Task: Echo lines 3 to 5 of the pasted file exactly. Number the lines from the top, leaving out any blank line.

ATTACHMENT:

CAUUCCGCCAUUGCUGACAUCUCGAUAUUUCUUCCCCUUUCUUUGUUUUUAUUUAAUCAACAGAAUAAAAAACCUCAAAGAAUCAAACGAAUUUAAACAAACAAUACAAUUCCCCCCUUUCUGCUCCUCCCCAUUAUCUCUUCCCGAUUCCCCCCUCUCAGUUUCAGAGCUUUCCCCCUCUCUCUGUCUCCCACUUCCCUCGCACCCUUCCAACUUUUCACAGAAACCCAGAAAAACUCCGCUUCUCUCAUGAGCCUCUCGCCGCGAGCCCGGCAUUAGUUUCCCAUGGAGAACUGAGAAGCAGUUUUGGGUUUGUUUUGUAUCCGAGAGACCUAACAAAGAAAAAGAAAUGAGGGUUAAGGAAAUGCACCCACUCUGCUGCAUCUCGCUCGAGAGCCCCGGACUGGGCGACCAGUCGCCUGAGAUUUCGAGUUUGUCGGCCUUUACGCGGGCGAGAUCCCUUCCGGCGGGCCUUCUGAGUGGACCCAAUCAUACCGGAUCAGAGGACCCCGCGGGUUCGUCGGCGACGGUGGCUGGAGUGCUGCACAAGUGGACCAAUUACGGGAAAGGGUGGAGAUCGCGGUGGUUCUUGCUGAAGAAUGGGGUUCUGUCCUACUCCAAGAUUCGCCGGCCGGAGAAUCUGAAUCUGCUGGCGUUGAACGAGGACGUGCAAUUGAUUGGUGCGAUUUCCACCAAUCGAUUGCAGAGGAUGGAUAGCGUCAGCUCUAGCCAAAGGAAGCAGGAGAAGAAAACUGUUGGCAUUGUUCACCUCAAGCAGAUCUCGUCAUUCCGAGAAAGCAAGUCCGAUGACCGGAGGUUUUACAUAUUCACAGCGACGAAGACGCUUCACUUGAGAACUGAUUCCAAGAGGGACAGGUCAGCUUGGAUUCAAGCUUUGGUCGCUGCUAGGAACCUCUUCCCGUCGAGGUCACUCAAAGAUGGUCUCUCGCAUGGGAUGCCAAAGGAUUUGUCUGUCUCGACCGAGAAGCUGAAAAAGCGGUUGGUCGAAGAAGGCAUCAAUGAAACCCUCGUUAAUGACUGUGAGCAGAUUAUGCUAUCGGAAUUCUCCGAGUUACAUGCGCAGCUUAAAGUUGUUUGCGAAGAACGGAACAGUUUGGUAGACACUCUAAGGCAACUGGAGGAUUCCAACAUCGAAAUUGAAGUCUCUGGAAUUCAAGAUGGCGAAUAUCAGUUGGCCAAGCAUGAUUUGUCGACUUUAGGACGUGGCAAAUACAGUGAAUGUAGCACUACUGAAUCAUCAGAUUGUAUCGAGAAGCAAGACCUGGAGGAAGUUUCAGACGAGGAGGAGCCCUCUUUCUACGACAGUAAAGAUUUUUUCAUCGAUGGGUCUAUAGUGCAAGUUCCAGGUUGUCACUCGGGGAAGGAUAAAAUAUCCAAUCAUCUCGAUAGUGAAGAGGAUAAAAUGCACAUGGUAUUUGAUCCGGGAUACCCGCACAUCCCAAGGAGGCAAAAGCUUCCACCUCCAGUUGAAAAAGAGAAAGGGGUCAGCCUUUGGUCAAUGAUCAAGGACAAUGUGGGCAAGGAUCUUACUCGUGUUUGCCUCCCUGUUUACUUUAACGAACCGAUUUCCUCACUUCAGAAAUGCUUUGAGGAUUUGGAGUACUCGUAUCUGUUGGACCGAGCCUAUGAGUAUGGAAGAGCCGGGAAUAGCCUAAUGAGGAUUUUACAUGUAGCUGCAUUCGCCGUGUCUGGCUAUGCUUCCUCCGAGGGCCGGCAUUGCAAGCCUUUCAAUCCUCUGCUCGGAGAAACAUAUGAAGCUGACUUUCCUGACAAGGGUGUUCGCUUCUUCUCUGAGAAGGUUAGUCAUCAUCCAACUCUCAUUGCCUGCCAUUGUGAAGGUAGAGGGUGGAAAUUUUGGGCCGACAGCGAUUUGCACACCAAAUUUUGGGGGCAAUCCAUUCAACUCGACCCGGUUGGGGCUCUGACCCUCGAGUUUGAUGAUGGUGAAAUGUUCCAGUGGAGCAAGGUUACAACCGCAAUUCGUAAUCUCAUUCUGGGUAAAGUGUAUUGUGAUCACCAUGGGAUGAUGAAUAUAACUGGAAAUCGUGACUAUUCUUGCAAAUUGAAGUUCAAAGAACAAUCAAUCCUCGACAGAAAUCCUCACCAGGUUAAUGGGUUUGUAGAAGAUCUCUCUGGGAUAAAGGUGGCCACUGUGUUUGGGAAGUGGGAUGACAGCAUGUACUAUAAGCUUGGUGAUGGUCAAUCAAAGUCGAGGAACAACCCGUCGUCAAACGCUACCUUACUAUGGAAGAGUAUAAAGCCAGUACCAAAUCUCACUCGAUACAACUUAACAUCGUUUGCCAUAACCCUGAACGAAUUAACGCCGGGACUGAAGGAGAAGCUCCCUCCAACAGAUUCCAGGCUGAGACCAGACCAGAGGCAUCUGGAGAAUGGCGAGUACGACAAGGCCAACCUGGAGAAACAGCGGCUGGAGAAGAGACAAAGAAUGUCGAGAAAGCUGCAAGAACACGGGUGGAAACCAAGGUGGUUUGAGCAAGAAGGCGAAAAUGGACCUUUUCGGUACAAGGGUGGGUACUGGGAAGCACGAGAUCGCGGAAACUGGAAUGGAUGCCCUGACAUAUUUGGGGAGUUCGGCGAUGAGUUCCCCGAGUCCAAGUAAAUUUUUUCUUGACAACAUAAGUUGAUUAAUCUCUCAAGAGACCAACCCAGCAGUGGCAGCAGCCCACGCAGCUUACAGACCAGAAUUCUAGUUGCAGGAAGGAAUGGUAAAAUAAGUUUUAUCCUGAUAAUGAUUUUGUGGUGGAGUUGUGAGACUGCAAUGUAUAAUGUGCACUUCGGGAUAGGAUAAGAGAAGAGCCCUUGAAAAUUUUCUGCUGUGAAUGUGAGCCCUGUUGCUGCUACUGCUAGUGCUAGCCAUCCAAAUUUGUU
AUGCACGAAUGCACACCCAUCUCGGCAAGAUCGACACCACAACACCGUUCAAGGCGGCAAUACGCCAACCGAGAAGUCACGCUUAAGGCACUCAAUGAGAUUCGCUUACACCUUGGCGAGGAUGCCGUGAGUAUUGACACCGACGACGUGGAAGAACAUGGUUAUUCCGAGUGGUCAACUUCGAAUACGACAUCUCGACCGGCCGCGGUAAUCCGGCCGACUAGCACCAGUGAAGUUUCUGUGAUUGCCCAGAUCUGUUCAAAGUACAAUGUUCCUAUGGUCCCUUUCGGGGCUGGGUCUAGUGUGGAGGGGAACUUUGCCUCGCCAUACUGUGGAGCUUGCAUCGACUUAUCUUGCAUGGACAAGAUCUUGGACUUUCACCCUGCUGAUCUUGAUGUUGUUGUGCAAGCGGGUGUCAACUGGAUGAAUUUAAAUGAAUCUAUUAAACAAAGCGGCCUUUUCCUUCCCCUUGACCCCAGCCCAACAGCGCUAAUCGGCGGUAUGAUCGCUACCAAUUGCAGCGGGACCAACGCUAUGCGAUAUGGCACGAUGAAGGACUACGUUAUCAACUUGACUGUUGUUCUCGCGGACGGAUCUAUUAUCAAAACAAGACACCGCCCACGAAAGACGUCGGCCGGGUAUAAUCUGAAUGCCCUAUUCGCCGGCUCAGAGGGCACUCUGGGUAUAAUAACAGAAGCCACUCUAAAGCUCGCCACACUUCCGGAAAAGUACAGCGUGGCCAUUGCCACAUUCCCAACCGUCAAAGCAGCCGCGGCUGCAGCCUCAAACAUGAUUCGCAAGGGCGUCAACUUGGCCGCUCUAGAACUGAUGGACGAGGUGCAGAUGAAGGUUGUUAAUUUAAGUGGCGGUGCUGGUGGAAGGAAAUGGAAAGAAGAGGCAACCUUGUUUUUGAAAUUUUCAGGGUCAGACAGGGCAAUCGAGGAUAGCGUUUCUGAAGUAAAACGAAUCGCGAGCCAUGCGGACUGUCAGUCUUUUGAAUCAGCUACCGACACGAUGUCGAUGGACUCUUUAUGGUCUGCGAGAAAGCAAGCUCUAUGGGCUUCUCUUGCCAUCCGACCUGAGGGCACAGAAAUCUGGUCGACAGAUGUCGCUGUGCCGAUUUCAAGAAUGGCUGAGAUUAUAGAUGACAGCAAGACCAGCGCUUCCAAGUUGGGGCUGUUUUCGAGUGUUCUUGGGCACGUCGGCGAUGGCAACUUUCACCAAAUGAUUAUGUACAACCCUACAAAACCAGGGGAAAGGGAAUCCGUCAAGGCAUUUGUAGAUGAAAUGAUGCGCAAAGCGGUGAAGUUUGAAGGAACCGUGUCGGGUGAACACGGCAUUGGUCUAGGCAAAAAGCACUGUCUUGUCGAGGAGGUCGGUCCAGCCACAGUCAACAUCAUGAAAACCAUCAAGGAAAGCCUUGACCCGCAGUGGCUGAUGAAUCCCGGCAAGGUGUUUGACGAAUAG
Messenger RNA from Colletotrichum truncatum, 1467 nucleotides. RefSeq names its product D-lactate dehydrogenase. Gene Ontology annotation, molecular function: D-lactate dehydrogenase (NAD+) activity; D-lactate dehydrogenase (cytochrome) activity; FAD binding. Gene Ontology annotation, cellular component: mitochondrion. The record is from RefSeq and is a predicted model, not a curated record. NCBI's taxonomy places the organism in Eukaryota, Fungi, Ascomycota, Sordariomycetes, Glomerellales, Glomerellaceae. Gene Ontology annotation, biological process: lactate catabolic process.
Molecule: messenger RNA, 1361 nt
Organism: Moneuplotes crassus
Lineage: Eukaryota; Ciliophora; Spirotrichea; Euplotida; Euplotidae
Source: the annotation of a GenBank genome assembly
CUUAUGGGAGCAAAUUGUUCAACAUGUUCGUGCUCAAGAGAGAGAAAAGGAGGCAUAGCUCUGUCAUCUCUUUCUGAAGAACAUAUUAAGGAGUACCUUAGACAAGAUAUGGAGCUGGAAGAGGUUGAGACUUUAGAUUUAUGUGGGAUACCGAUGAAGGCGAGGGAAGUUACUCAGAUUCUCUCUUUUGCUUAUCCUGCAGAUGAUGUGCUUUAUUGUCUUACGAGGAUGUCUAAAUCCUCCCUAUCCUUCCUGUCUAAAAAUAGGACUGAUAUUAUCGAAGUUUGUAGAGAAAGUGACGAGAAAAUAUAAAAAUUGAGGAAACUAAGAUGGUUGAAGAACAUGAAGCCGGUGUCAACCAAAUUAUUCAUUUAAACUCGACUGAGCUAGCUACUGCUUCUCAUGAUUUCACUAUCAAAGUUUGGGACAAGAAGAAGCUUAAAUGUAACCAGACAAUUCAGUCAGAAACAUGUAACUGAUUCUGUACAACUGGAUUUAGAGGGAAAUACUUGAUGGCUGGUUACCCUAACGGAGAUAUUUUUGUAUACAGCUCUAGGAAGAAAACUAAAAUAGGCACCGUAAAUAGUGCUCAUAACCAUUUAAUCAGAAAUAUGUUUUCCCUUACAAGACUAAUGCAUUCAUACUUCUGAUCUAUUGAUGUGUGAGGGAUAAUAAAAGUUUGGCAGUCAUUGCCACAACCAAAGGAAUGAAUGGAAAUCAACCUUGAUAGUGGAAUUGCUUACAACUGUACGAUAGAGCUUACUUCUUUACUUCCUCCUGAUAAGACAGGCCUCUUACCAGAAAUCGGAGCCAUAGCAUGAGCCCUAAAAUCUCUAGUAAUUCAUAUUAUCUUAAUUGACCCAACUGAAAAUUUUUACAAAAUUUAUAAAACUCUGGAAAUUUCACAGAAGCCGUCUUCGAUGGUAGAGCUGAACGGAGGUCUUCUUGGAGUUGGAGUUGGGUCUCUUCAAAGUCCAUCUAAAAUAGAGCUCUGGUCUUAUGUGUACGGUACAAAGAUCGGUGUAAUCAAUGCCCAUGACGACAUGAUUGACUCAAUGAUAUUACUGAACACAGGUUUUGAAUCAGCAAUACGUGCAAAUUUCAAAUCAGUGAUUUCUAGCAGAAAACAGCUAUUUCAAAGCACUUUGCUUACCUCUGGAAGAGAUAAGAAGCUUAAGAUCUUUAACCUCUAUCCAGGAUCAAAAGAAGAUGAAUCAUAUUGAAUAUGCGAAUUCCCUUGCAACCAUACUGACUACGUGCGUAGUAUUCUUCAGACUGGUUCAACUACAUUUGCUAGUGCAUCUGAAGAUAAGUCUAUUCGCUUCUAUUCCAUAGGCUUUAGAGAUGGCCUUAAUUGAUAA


Messenger RNA from Colletotrichum truncatum, 1467 nucleotides. RefSeq names its product D-lactate dehydrogenase. Gene Ontology annotation, molecular function: D-lactate dehydrogenase (NAD+) activity; D-lactate dehydrogenase (cytochrome) activity; FAD binding. Gene Ontology annotation, cellular component: mitochondrion. The record is from RefSeq and is a predicted model, not a curated record. NCBI's taxonomy places the organism in Eukaryota, Fungi, Ascomycota, Sordariomycetes, Glomerellales, Glomerellaceae. Gene Ontology annotation, biological process: lactate catabolic process.
Molecule: messenger RNA, 1361 nt
Organism: Moneuplotes crassus